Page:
by Morinville News Staff
The Cargill meat processing plant in High River will reopen on Monday, although nearly 16 per cent of the province’s COVID-19 cases to date are associated with the plant’s workers. As of Wednesday, 821 of the province’s 5165 cases were workers at the Cargill plant, and another 276 cases are among workers and contractors at the JBS plant in Brooks.
Alberta NDP Labour Critic Christina Gray said Wednesday afternoon that the plan to open comes without the support of worker representatives.
“Cargill is the site of the largest COVID-19 outbreak in all of Canada,” Gray said in a statement Wednesday, adding the situation was avoidable if the UCP Government and the companies had listened to the workers.
“It was the workers who first raised concerns about cramped working spaces and a lack of Personal Protective Equipment in early April. They were ignored and then people started dying. Finally, on April 20, the Cargill closed. Not because of anything Jason Kenney or the UCP did, but because the company finally acted. That was just two days after the UCP’s Minister of Agriculture insisted that plant was completely safe. JBS has still not closed despite a major outbreak and a petition started by the people of Brooks community where the plant resides, calling for it to cease operations.”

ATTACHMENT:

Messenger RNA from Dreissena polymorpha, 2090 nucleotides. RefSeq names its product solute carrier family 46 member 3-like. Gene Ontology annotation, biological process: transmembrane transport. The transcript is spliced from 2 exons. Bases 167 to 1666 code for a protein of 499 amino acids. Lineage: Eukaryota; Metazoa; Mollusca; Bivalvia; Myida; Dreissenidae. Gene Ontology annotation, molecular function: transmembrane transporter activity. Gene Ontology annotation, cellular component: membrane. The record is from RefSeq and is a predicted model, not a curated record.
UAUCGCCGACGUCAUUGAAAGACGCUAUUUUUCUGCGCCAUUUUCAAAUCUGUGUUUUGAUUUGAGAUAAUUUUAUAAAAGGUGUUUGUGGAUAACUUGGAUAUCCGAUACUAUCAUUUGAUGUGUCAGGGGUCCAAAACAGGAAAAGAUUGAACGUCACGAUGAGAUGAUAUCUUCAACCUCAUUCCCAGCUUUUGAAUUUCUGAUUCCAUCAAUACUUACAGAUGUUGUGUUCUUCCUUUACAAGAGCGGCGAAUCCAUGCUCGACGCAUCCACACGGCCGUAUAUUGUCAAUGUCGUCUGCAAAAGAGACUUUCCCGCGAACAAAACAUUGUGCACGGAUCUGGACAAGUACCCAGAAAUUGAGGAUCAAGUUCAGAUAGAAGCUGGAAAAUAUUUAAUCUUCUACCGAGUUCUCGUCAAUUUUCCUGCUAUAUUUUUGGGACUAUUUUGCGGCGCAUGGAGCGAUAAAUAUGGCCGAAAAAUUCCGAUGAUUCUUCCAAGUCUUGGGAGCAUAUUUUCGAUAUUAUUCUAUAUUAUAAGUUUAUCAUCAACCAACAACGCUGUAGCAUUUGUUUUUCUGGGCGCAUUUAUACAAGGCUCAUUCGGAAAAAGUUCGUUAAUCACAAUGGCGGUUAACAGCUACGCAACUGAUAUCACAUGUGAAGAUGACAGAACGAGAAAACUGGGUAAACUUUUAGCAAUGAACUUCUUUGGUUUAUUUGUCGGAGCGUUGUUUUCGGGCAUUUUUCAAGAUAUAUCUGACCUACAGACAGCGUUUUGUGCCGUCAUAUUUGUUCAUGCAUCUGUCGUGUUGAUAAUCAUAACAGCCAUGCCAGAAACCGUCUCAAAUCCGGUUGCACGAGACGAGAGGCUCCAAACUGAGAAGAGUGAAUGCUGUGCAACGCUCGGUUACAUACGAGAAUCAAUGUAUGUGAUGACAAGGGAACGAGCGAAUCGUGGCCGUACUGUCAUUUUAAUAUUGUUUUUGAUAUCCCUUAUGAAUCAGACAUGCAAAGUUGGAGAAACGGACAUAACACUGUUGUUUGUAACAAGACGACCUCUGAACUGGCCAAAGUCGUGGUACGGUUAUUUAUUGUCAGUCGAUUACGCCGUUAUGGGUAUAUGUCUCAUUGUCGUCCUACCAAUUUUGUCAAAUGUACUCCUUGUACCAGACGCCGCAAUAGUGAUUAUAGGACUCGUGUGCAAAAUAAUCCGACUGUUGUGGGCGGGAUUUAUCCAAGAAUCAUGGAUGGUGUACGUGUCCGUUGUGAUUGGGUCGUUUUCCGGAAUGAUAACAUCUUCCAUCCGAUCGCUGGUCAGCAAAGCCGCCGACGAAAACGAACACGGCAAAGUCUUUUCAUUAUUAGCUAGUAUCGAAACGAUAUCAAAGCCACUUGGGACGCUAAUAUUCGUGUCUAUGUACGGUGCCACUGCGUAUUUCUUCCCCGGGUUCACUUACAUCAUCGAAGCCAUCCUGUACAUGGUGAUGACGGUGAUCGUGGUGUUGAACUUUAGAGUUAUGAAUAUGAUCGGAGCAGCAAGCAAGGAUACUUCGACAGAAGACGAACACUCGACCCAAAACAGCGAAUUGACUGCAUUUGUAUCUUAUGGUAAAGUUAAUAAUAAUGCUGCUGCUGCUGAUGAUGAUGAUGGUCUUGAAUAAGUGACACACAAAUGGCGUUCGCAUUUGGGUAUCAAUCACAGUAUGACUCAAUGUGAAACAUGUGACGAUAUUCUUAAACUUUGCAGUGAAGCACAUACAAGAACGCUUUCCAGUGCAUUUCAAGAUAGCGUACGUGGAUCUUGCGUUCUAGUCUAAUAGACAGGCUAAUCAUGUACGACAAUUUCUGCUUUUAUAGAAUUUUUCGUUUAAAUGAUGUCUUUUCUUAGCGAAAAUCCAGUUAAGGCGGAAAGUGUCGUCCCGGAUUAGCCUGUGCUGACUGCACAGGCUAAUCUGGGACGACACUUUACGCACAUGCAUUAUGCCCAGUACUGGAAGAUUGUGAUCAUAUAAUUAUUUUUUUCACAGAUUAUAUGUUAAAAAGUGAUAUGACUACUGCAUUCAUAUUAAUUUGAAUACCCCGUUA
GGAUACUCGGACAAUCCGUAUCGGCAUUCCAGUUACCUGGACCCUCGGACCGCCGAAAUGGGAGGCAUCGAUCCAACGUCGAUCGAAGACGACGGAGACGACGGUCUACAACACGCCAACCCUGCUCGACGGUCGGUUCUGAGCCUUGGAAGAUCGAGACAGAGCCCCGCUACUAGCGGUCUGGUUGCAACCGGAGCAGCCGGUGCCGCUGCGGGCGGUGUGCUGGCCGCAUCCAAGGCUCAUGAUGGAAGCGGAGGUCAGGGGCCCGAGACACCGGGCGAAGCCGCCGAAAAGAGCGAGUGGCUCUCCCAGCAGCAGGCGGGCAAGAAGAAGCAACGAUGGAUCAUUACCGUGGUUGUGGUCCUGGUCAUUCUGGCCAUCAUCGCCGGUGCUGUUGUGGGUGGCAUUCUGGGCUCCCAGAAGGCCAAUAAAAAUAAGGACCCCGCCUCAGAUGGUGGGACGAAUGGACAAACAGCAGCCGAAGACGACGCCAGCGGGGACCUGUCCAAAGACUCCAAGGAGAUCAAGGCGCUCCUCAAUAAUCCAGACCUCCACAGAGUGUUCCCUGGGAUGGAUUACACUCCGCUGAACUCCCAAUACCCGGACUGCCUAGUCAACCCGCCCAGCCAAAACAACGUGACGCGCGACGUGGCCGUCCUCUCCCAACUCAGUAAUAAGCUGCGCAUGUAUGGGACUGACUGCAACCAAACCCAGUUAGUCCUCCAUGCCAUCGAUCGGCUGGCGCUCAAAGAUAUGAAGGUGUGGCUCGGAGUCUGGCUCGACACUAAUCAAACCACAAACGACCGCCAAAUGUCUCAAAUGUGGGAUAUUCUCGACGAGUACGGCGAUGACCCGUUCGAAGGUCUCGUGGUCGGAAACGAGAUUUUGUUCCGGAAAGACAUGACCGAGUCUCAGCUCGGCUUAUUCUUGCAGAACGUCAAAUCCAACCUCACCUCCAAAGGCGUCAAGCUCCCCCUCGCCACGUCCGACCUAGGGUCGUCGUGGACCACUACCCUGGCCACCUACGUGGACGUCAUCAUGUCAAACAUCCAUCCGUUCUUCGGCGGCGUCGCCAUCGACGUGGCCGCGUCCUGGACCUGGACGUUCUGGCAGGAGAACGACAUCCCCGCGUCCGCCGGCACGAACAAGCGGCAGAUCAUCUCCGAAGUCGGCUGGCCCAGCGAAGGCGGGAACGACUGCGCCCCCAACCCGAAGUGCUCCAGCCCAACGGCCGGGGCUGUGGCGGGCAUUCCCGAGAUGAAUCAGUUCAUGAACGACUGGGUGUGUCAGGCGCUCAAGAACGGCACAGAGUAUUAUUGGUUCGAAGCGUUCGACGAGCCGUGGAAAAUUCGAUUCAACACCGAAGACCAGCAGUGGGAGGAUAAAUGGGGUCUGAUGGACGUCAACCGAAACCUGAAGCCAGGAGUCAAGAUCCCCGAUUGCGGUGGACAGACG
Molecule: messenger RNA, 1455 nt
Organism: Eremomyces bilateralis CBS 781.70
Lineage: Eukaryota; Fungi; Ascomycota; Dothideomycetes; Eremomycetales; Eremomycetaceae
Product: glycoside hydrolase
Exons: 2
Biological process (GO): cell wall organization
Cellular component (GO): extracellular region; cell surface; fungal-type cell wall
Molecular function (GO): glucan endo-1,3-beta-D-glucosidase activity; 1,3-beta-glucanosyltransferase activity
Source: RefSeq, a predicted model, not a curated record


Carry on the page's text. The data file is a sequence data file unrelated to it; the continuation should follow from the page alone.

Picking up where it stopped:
Gray went on to say that the decision to reopen Cargill is proof that these companies and the UCP Government still refuse to take worker safety seriously.
“They value the companies and their profits over the people. This is a profoundly unCanadian approach,” Gray said, accusing Premier Jason Kenney of taking his cues from US President Donald Trump who recently issued an order to keep American plants open, despite outbreaks and worker concerns.
Chief Medical Officer (CMO) of Health, Dr. Deena Hinshaw said Wednesday in her daily press briefing that Alberta Health Services have been on sight at the Cargill plant multiple times.
“The plant site itself has been fully cleaned,” Hinshaw said, adding workers have been informed they can stay home if they are not feeling well and that they should feel free to get tested again.
“AHS has been working hard to phone every single worker … to make sure they have the info they need about the practices that will keep them safe,” Hinshaw said.
The CMO said employers have an obligation to ensure worker safety.
Gray, on the other hand, says if the company won’t do what’s right to protect its workers, then the provincial government must.
“Premier Jason Kenney, Minister of Labour Jason Copping and Minister Agriculture Devin Dreeshen have done nothing to assist the workers or the broader High River and Brooks communities,” Gray said. “They sat on their hands while COVID-19 spread through these plants. And now they could act by enforcing new Public Health Orders on these plants, and they have refused.”